The trans­form­ing rail link is cre­at­ing new-homes op­por­tu­ni­ties for Lon­don’s first-time buy­ers, with su­per-fast trains to the West End. By David Spit­tles

Evening Standard - West End Final Extra - ES Homes and Property - - Front Page -

NEW trans­port links pro­duce the big­gest boost to an area — which is why the river-hug­ging dis­tricts east of Green­wich are fast be­com­ing new homes hotspots.

Cross­rail will soon open up this ter­ri­tory to tens of thou­sands of buy­ers seek­ing an af­ford­able home within quick com­mut­ing dis­tance of cen­tral Lon­don. No other ar­eas be­yond travel Zone 1 will be as well con­nected as Wool­wich and Abbey Wood. Both are get­ting new sta­tions, and few parts of Lon­don are cur­rently as cheap, with av­er­age prices be­low £350,000.

Thames­mead, the cheap­est, is poised for huge change with an en­tire new town cen­tre planned by hous­ing char­ity Pe­abody.

“The new rail link will morph SE post­codes pre­vi­ously seen as dreary out­posts into a se­ri­ous com­muter zone,” says An­drew Palmer, di­rec­tor of prop­erty ad­viser Cush­man & Wake­field. “De­vel­op­ers are tar­get­ing sites close to the new sta­tions, and rais­ing the bar in terms of de­sign qual­ity.”

Abbey Place is a no­table project in the pipe­line, a 29-storey tower with 208 apart­ments, a new public square, shops and a ho­tel right next to Abbey Wood Cross­rail sta­tion. To reg­is­ter, call Hub Res­i­den­tial on 020 7534 9065.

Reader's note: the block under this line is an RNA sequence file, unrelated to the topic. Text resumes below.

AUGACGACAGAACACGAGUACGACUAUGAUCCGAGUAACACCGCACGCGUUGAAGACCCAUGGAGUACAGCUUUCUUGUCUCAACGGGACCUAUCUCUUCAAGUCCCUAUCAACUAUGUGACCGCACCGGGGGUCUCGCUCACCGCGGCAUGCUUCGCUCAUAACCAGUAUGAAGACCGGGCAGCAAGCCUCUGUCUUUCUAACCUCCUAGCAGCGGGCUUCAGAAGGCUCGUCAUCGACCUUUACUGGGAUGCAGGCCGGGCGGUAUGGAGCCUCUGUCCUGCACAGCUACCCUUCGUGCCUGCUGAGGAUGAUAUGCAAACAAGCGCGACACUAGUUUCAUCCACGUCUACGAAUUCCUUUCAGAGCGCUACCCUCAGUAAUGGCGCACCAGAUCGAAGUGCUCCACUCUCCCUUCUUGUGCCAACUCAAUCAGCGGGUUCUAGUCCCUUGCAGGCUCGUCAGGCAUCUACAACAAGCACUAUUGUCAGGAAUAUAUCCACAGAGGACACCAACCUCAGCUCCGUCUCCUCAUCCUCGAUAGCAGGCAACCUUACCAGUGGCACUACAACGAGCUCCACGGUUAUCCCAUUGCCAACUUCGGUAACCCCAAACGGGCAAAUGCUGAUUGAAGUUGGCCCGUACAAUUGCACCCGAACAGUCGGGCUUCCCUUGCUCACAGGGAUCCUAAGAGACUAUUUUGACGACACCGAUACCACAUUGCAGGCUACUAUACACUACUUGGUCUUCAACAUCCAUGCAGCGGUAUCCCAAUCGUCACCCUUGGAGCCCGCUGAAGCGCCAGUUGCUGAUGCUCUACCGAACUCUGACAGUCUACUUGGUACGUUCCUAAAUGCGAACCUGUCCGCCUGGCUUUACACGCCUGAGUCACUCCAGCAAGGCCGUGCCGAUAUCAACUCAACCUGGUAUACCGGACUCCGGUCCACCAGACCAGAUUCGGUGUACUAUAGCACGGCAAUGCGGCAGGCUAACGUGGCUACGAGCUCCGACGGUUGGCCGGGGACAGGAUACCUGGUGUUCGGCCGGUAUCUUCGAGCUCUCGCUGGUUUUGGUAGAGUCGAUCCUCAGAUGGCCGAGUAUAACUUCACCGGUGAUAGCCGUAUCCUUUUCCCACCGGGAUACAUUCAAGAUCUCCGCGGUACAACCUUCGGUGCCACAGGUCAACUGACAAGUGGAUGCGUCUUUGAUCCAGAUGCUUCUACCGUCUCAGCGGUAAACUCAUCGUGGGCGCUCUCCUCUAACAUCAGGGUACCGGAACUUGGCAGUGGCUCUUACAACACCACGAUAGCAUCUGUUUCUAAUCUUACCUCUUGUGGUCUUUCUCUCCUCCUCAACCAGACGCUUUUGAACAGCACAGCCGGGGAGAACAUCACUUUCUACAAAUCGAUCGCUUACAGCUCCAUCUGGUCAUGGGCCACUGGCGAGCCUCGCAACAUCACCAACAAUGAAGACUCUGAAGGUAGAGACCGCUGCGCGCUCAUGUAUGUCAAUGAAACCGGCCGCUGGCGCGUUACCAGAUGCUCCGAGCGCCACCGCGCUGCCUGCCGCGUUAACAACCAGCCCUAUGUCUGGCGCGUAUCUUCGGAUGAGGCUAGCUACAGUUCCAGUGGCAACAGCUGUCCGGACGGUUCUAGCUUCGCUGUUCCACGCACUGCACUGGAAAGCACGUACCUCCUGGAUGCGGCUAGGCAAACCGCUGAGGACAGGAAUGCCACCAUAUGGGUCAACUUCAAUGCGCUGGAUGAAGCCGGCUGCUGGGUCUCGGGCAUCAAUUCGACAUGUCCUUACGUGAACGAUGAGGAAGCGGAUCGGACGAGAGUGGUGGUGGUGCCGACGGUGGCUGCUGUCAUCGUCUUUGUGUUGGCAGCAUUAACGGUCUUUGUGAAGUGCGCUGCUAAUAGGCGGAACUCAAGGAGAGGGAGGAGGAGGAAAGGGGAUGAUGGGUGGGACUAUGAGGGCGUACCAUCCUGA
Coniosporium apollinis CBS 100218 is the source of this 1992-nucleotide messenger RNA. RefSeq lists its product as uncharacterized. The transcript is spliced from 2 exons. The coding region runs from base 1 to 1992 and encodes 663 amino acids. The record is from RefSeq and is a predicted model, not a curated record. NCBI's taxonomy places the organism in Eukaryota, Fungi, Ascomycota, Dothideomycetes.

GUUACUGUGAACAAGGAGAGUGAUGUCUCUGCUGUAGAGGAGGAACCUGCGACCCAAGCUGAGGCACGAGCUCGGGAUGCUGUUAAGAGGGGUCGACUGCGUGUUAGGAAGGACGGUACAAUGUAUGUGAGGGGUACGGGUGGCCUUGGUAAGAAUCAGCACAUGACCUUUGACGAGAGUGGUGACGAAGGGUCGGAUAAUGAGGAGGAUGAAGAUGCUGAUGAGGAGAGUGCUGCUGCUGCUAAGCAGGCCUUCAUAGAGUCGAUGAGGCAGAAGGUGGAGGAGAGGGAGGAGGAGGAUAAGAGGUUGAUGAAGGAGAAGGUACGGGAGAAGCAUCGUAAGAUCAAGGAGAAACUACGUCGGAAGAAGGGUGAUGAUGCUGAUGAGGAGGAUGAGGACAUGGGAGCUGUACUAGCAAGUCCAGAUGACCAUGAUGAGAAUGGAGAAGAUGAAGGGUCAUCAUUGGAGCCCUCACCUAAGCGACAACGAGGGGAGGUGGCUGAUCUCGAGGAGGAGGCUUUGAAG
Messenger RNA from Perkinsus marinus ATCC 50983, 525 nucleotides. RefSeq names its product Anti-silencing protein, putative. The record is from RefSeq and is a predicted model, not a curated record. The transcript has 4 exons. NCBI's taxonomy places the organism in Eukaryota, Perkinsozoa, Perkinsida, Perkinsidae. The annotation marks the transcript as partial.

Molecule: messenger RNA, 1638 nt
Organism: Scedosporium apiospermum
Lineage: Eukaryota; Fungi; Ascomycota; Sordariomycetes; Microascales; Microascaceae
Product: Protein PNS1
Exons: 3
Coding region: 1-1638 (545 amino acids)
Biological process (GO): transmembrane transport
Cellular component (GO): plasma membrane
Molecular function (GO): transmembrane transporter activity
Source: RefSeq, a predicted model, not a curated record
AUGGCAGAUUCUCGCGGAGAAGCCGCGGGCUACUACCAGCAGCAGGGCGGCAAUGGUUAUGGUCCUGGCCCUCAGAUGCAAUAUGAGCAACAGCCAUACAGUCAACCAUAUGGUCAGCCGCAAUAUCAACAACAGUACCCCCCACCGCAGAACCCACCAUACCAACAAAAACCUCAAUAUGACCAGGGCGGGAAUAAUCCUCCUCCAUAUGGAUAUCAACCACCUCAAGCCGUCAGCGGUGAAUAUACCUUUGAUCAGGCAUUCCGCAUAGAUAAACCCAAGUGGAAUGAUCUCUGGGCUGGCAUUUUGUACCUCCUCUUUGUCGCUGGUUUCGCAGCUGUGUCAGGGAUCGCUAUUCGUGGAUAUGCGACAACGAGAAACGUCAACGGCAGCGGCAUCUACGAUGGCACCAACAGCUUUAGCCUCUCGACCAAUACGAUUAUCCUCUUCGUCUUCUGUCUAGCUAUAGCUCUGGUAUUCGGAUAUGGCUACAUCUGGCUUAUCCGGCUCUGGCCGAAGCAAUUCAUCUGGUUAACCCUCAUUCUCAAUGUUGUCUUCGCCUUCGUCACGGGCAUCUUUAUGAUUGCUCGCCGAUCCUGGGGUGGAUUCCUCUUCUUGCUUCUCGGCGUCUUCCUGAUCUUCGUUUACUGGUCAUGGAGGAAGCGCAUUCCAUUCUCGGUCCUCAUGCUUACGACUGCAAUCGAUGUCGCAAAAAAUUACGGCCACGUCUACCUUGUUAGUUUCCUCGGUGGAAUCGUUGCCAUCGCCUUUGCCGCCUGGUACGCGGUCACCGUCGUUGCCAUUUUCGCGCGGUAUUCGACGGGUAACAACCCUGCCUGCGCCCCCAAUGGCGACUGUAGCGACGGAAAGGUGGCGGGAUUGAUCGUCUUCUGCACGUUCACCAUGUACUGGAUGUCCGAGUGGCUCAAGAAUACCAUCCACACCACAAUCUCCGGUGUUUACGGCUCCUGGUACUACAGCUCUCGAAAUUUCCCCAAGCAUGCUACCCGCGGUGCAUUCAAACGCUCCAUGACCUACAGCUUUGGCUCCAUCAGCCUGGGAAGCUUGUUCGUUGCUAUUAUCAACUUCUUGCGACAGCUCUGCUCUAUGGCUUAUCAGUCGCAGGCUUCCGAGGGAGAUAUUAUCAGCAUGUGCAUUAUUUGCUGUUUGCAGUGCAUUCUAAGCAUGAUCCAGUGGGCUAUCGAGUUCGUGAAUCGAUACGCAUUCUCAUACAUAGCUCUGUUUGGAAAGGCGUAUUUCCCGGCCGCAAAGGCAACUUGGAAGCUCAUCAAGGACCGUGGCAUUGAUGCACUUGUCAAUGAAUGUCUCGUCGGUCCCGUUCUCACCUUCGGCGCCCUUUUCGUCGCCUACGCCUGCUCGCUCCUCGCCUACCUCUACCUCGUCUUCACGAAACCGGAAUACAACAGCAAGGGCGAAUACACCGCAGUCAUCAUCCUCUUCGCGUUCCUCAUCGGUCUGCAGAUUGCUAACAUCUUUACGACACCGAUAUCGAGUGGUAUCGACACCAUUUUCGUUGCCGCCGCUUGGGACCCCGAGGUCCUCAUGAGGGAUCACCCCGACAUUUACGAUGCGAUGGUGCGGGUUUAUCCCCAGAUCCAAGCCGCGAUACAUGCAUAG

To ce­ment im­prove­ments re­sult­ing from Cross­rail and re­cently an­nounced river cross­ings for this swathe of the cap­i­tal, Green­wich coun­cil is shift­ing its re­gen­er­a­tion fo­cus to­wards the bor­ough’s outer cor­ners.


The splen­did old mar­itime town of Green­wich, a Unesco World Her­itage Site, is the cap­i­tal’s most-vis­ited area af­ter cen­tral Lon­don. But few peo­ple venture be­yond it. Lo­cal plan­ners want to re­vi­talise the wa­ter­front east of the town cen­tre, all the way to Erith, where the legacy of heavy in­dus­try is still vis­i­ble. Green­wich Penin­sula, an emerg­ing 15,500- home neigh­bour­hood wrap­ping around The O2 arena, is the first of the new “ur­ban quar­ters” and just be­yond this is Charl­ton, an un­der­the-radar Vic­to­rian in­ner sub­urb with great-value houses, many ripe for ren­o­va­tion or a mod­ern makeover.


Wool­wich has been touted as “up-and­com­ing” for at least a decade but Cross­rail is a game changer for the area, slash­ing jour­ney times to Ca­nary Wharf and Tot­ten­ham Court Road to eight and 19 min­utes re­spec­tively. Royal Ar­se­nal River­side, a for­mer mu­ni­tions fac­tory with dozens of prized listed build­ings, is Wool­wich’s best ad­dress, but you pay quite a big pre­mium to live there. Flats start at £432,500, or £322,000 for those work­ing in Green­wich bor­ough who qual­ify for the Dis­count Mar­ket Share scheme. Three-bed­room du­plex pent­houses cost from £ 1,295,000 to £1,905,000. Call 020 8331 7130.

The new Cross­rail sta­tion is be­ing built within this walled es­tate, which also has shops, eater­ies, bars and a monthly farm­ers’ mar­ket, while com­ing soon is a £31 mil­lion cul­tural cen­tre with two the­atres and re­hearsal stu­dios, artists’ spa­ces and out­side per­for­mance ar­eas. Nearby Cal­lis Yard has 120 apart­ments with river-fac­ing roof gar­dens. Prices from £350,000. Call 020 7519 5917.